With the longest U.S. bull market in history showing signs of topping, the time has come to scrutinize your portfolio to make sure you have sufficient down-side protection, says The Value Line Mutual Fund Survey.

"This also happens to be an excellent time to consider European stock funds. As the U.S. economic cycle winds down, Europe's is expected to continue its steady, moderate growth until its next top in two or three years."Europe's economic cycle is a few years behind the U.S. cycle, slowed by record unemployment and the need to meet requirements for membership in the European Economic and Monetary Union (EMU). But the fundamentals of a resurgent economy are there, says Value Line: massive cuts in government spending; ongoing restructuring of unprofitable companies; slashed costs; and an intense focus on creating share-holder value.

"Since these efforts are driven by the January 1999 EMU deadline, they're all but certain to continue for the next three or four years. Earnings growth will thus be supported by the restructurings as well as by the economic cycle, and may well be greater than forecast."

All the benefits of international investing apply to Europe, says Value Line, including diversification and overall risk reduction. Europe is less exposed to a deterioration in Asian markets than the United States, for example, since Asian markets account for only about 4 percent of Europe's exports, vs. about 30 percent for the United States.

Europe is also a good value, according to Value Line.

"It offers stable economic conditions with moderate growth, improving company fundamentals, and undervalued equities, plus the prospect of significant new expansion after EMU. There is also a good chance to pick up a great buy in an excellent closed-end fund such as Europe Fund, which has produced 20.3 percent average annual gains over the past five years, yet recently sold at a 14 percent discount to its net asset value."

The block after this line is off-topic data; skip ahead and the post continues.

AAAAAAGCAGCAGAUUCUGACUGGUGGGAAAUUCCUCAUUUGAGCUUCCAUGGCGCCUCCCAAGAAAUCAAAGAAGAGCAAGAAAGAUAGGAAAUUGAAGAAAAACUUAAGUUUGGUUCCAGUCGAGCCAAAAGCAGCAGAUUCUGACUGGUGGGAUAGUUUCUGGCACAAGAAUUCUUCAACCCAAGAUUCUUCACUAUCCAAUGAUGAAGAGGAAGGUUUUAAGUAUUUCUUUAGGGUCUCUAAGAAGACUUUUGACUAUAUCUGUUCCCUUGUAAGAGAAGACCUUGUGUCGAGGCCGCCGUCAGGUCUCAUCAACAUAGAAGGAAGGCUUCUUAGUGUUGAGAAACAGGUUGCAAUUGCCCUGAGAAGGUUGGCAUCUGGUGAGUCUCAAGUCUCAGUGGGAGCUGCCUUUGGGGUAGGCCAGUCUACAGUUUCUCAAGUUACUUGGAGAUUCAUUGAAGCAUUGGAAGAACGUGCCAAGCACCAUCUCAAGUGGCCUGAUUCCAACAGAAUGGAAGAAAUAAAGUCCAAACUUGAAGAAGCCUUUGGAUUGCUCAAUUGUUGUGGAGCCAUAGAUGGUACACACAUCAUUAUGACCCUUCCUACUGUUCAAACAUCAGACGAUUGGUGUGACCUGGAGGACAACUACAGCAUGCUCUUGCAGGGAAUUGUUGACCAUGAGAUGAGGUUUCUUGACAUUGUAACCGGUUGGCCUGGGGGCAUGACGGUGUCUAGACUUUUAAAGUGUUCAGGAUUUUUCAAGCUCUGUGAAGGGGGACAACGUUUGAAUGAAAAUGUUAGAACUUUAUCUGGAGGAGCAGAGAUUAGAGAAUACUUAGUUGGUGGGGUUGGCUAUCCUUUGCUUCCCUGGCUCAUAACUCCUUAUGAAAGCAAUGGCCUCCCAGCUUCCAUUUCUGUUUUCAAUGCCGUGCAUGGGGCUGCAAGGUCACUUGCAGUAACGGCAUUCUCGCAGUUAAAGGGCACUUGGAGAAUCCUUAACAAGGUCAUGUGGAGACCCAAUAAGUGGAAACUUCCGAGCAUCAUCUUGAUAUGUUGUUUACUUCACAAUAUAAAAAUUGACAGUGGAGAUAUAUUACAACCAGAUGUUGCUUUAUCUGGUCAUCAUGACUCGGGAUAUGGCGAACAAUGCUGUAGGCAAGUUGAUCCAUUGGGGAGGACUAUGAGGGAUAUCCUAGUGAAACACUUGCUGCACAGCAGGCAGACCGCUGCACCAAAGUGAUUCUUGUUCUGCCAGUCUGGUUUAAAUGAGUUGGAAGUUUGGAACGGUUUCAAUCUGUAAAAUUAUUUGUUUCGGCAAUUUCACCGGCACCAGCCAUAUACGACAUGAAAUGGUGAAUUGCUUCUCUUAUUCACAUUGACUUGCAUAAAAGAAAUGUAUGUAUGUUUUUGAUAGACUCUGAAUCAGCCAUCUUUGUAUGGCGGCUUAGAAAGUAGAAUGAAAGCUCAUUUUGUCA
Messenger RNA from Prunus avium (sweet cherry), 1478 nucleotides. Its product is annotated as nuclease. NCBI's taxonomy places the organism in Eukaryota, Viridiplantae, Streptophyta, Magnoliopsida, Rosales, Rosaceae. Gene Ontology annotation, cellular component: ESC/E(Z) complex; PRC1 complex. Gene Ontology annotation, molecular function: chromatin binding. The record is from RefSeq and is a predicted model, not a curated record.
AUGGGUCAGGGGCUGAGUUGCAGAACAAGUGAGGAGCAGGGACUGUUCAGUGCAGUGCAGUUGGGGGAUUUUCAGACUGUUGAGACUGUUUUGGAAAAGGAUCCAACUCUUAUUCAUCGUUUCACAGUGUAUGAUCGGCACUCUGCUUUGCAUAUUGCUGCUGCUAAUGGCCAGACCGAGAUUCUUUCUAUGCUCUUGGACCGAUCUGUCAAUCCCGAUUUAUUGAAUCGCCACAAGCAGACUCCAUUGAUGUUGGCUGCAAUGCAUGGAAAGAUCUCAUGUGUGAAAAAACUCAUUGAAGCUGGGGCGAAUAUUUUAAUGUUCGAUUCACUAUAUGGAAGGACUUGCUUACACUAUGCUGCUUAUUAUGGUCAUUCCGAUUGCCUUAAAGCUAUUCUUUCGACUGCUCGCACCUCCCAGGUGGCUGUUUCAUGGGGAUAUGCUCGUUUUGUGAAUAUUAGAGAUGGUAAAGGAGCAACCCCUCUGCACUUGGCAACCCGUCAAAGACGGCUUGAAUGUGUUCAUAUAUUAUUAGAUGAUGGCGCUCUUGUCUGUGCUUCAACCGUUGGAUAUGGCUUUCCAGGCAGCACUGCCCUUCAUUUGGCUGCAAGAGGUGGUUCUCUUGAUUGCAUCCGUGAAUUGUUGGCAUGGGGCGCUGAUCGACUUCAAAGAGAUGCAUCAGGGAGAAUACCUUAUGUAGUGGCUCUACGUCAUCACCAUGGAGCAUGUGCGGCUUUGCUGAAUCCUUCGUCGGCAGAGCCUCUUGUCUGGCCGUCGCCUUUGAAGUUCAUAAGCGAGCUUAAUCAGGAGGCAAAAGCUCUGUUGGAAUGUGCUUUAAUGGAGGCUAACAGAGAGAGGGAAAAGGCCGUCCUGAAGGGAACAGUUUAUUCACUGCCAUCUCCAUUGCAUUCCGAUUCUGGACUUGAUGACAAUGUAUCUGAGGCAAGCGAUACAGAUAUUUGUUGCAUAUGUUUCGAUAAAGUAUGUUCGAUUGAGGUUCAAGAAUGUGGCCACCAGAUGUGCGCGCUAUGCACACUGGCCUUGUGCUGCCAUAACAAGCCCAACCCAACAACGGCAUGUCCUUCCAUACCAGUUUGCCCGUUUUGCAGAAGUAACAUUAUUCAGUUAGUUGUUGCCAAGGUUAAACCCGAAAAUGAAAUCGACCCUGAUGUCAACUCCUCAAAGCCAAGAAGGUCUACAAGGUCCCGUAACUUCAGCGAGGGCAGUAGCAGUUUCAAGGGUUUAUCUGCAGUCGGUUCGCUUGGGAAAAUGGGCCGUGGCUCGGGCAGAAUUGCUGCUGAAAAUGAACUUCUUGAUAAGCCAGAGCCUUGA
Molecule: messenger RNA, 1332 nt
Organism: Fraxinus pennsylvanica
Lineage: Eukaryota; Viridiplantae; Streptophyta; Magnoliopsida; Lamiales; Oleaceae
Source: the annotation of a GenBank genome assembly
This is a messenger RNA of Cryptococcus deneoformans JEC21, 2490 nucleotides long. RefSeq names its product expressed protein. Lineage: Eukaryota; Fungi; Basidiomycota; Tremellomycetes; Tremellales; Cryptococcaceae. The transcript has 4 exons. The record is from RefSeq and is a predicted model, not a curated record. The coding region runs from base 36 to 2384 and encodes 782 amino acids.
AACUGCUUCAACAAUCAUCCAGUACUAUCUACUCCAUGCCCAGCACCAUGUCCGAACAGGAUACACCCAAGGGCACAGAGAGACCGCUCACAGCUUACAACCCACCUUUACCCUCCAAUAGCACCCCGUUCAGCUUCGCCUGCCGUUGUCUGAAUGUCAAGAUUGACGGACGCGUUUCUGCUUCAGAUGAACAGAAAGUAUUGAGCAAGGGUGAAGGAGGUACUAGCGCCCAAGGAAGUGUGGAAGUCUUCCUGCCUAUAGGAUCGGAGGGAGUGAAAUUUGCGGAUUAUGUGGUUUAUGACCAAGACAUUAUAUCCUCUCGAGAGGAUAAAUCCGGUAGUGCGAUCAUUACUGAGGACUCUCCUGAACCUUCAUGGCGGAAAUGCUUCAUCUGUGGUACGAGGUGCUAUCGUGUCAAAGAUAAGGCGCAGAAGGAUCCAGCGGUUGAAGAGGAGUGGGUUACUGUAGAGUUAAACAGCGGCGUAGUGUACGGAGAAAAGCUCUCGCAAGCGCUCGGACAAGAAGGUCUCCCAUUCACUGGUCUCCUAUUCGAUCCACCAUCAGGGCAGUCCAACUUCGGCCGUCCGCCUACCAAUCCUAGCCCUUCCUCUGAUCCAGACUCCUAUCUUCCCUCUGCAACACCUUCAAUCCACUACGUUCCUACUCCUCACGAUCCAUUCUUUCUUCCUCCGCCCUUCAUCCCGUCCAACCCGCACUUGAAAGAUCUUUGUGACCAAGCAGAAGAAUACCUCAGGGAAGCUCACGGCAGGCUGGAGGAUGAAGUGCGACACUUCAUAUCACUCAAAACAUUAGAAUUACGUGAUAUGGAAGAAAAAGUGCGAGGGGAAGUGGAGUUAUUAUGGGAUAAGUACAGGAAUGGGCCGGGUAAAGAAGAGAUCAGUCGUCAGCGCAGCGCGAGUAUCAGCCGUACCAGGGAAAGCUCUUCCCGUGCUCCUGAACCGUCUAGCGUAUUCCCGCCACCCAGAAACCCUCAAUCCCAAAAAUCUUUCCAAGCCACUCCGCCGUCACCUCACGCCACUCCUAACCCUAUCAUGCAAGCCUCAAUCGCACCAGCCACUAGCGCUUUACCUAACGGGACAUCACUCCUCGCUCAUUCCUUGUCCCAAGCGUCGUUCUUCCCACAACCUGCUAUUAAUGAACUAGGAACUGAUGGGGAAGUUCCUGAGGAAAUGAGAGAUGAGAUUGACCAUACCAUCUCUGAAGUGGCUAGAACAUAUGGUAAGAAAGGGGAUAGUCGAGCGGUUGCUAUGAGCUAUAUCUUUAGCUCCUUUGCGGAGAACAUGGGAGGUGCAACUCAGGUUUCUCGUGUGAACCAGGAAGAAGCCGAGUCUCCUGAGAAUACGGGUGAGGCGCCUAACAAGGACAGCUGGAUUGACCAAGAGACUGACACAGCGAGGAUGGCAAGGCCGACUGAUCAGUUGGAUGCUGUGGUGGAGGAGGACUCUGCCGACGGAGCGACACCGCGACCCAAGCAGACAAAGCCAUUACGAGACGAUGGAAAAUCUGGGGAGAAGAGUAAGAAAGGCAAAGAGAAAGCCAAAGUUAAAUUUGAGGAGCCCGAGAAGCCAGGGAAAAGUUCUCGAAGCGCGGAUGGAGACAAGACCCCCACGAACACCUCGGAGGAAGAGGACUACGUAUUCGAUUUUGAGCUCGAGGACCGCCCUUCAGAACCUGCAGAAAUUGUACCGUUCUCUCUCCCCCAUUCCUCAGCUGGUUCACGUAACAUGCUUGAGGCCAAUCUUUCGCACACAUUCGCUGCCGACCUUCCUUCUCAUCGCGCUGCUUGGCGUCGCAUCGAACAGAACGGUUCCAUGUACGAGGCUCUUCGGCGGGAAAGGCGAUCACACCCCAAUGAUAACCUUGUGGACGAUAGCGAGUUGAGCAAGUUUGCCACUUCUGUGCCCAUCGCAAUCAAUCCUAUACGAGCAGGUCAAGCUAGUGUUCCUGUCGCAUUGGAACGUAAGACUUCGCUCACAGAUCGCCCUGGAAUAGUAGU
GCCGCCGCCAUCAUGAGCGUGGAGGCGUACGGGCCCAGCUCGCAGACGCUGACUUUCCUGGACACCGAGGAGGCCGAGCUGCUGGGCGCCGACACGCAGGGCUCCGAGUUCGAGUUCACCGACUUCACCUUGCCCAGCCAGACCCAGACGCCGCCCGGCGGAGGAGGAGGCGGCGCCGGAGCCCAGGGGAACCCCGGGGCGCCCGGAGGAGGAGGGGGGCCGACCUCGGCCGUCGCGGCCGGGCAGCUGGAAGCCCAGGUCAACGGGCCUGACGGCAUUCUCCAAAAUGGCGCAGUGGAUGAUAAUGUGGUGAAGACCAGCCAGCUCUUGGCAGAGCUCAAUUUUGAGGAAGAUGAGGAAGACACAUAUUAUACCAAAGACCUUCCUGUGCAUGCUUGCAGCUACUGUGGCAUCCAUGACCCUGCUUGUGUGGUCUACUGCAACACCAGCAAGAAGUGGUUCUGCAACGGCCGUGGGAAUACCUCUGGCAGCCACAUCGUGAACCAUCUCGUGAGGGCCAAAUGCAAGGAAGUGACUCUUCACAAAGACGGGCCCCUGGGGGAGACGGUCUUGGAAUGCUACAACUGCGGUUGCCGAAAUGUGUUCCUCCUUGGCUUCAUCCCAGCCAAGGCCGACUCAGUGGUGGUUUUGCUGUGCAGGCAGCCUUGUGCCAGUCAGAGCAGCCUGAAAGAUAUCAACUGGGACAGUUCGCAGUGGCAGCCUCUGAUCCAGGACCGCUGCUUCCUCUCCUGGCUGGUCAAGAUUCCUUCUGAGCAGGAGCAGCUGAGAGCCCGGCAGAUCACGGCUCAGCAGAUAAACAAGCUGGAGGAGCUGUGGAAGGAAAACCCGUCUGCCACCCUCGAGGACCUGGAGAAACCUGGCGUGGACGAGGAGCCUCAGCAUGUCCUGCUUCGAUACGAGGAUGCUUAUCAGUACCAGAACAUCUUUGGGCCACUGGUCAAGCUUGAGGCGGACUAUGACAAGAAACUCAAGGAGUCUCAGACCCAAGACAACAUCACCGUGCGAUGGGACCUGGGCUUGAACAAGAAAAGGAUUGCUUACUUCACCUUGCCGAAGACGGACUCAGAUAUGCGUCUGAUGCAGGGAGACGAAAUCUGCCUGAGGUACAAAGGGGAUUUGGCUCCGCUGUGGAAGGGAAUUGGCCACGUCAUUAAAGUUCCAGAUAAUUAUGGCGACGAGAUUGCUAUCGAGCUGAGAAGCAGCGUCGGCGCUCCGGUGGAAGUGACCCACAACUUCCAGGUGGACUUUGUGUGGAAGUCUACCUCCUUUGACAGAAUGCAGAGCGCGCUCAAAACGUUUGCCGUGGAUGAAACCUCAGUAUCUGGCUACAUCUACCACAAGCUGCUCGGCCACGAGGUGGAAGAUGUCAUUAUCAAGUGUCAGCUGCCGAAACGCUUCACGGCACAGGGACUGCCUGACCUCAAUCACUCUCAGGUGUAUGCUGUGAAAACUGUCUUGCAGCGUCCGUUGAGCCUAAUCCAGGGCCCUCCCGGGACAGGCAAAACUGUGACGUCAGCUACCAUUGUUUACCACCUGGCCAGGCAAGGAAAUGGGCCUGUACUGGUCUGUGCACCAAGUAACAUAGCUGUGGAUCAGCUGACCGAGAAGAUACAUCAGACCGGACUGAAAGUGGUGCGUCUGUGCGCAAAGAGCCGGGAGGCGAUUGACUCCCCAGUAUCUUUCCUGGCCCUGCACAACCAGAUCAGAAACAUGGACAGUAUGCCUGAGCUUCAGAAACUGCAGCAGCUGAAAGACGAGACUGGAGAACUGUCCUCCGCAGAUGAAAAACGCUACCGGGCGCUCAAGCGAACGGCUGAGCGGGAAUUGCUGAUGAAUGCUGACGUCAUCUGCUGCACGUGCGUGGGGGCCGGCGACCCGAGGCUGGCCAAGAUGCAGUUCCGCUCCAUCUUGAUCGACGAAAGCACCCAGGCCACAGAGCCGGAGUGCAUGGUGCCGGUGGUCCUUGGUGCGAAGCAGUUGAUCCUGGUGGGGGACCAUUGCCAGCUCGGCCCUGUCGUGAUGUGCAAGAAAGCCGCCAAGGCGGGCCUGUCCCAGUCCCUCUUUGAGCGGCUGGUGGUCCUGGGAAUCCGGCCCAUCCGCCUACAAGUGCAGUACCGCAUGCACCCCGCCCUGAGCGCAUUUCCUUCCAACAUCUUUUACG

Many studies have confirmed the positive effect of international investing. Because overseas business and economic cycles differ from ours, foreign holdings can significantly reduce the volatility of an all-domestic portfolio. The diversification effect offers substantial downside protection. In fact, allocating a portion of one's portfolio to foreign investments has been shown to moderately increase overall returns. It's not necessary to invest a lot; research shows that the first 10 percent to 20 percent commitment provides the greatest benefit.

There is inevitably some currency risk in international investing, admits Value Line. But the risk is low in Western Europe.

"EMU is going to happen, though whether it will continue long-term is a different issue. Any volatility resulting from the approaching deadline is likely to be short-lived."

Here, according to The Value Line Mutual Fund Survey, are the best-performing European funds over the past five years: Dean Witter European Growth (up 20.6 percent annually), Putnam European Growth (up 18.9 percent), Pioneer Europe (up 17.2 percent), Vanguard International Equity European (up 17.0 percent), Fidelity Europe (up 17.0 percent). The Dean Witter and Putnam funds also rank 1-2 for risk aversion; the Vanguard fund is no-load.

(Value Line Mutual Fund Survey, 220 E. 42nd St., New York, N.Y. 10017-5891; biweekly, $295 annually.)